“The market is there for that. At this point, they are a little hesitant to try hydroponics, but the interest is there. It’s a niche market, which gives us the opportunity to grow first on a small scale and then grow into a larger company,” says Julien Lach, founder of ERRA, a French agtech based in Le Havre, France.
Trying to change perceptions towards hydroponics
Julien started as a gardener in 2017 when he grew organic vegetables in urban areas in France. “Many here are disconnected from nature and agriculture. They have no idea how we produce food. Once I realized I started ERRA in January 2020 to raise awareness of the benefits of hydroponics.
Today, the company supplies tower trusses in various structures to restaurants, schools and businesses. Julien will educate users on how to maintain the towers, the benefits of it, and also offers to manage the farm for them. Currently, Julien has several clients for whom he grows flowers, green vegetables and fruit crops such as strawberries. For now, ERRA wants to offer the service of growth, which means companies can relax and wait for their products.
Most of the farms provided by ERRA so far are growing outdoors and have proven to be successful. The best month to cultivate would be May-September explains Julien because of the Earth’s climate. Per turn, between 15 and 20 kg of crops can be harvested.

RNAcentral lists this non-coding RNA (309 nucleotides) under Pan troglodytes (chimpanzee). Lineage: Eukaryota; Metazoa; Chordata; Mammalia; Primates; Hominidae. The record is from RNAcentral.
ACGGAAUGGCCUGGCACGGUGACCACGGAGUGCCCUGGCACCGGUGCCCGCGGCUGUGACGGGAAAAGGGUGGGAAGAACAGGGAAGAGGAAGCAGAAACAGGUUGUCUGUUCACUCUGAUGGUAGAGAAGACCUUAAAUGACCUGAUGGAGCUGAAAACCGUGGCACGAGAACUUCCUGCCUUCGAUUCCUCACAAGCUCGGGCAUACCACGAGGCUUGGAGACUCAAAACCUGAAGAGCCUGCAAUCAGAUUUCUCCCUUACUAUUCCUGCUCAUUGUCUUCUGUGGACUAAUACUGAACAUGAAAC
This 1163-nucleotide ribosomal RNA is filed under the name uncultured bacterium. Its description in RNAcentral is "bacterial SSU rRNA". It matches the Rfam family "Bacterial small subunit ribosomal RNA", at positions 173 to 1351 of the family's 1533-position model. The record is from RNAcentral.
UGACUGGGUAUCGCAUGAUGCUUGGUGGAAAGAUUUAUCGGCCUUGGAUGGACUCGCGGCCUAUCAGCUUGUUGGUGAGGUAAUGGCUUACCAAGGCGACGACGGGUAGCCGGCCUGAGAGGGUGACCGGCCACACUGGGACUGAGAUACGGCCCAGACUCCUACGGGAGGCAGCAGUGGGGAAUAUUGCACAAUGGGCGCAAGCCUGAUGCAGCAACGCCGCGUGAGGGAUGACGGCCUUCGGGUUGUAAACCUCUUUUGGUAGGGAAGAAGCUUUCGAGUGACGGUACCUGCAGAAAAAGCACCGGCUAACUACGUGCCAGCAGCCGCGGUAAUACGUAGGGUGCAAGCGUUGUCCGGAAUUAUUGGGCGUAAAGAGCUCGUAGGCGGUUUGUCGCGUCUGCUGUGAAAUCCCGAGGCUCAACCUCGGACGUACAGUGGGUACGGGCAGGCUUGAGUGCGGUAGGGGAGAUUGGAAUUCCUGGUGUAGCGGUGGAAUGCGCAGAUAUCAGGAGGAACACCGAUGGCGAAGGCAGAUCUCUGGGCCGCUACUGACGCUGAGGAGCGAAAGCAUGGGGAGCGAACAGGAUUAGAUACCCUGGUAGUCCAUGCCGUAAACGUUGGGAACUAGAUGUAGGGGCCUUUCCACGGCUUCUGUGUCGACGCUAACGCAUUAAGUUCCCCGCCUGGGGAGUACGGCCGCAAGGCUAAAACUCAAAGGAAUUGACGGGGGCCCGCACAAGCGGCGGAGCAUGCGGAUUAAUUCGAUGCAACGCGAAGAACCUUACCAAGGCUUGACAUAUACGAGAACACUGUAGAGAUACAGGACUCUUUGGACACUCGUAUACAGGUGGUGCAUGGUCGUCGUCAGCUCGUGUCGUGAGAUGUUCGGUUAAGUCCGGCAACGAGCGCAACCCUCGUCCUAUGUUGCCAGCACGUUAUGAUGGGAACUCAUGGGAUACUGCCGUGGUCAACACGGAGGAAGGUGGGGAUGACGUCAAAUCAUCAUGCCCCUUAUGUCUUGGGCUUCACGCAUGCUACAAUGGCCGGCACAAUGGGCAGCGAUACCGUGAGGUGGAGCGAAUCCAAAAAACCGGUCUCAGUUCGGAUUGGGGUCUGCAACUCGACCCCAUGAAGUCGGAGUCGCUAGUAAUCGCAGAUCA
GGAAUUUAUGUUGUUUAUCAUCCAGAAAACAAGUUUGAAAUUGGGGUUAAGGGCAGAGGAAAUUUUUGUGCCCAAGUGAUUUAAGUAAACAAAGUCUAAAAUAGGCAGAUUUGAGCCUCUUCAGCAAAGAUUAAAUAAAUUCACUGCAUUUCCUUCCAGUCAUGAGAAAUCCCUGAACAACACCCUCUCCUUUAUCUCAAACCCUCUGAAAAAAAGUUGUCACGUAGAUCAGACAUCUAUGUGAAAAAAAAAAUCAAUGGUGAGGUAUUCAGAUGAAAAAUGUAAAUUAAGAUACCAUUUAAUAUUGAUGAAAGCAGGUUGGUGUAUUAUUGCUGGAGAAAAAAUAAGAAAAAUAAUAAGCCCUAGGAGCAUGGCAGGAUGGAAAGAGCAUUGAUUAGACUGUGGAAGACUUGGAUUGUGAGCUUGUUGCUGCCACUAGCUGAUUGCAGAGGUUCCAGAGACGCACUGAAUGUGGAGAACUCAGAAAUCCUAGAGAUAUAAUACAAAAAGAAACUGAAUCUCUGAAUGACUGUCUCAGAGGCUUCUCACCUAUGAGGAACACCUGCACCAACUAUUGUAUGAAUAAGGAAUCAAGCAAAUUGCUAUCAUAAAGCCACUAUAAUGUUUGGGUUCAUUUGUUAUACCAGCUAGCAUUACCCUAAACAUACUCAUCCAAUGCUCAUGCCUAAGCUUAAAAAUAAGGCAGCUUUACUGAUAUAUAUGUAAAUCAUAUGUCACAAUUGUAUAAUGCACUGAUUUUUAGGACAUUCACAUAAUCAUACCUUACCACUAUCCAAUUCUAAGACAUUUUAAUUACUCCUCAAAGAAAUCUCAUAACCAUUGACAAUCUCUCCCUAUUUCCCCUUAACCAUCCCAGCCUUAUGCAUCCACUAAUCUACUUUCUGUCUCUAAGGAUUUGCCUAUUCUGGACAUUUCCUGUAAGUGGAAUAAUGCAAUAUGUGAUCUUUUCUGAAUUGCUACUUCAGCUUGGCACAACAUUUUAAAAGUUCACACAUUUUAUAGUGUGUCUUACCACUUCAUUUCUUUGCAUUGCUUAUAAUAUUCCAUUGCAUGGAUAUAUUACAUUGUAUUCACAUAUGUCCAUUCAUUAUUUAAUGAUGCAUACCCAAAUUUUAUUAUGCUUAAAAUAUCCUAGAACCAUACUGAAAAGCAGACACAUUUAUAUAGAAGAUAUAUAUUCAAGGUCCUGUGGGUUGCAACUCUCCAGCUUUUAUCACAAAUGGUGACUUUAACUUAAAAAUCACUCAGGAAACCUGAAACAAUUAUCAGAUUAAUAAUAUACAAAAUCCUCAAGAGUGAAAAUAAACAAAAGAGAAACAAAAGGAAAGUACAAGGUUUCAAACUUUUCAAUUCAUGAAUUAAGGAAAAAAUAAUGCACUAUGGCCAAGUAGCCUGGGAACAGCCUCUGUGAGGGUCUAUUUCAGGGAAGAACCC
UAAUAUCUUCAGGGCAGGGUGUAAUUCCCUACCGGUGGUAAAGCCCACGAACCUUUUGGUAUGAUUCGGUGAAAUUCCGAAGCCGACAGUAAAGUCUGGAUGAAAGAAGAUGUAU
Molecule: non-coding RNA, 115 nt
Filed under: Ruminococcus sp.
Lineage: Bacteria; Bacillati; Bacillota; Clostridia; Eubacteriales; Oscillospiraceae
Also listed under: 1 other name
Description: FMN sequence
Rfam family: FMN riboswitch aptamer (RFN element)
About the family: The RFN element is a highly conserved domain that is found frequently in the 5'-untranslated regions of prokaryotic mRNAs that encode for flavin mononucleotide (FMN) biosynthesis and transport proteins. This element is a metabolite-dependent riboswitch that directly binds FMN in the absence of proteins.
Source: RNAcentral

Julien sees many opportunities in front of him. Many questions are asked about how hydroponics can be healthier than produce grown in soil. Little by little, Julien finds that the people of Le Havre are becoming a little more lenient towards this type of agriculture as they see the harvests.
“We benefit from extensive local press coverage, which helps to promote our products. We are also part of a group that brings together several key players in cities, who are interested in our tower farms, which has been very successful so far,” notes Julien.
“After a year in the business, I hope to expand throughout the region and eventually the country.” As onlookers have seen the tower grow crops before their eyes, this is the best way to market the product and its potential. People are amazed to see the fresh produce grown in such towers.
The only problem ERRA faces is the high cost of nutrients. “At this point, electricity is cheaper than nutrients. In France, it is the focal point of the culture, because it has a huge influence on the taste of the product,” explains Julien.
Key aspects of sustainability
The main advantage that Julien likes to communicate to French society is the aspect of saving water, because it is already rare and will be even more so in a few years. In addition to saving space, since the tower farms allow you to grow 50 crops in only 1 m2 (10 square feet). When eliminating the seasonal aspect, the towers can be placed indoors and put into use via the plug-and-play function.
Not only is saving water essential, but so is land use. Many French people opt for organic, and this method of cultivation must be better communicated to emphasize that hydroponics is as healthy as organic, explains Julien. Additionally, he notes that “organiponics” is a method he would like to explore in the future.
When he meets new clients, Julien sets goals for them to achieve. Schools could introduce new teaching models by cultivating cultures themselves. Whereas restaurants would have direct access to fresh food and add aesthetics to their dining room. For businesses, all of the above applies.
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Julien Lach, founder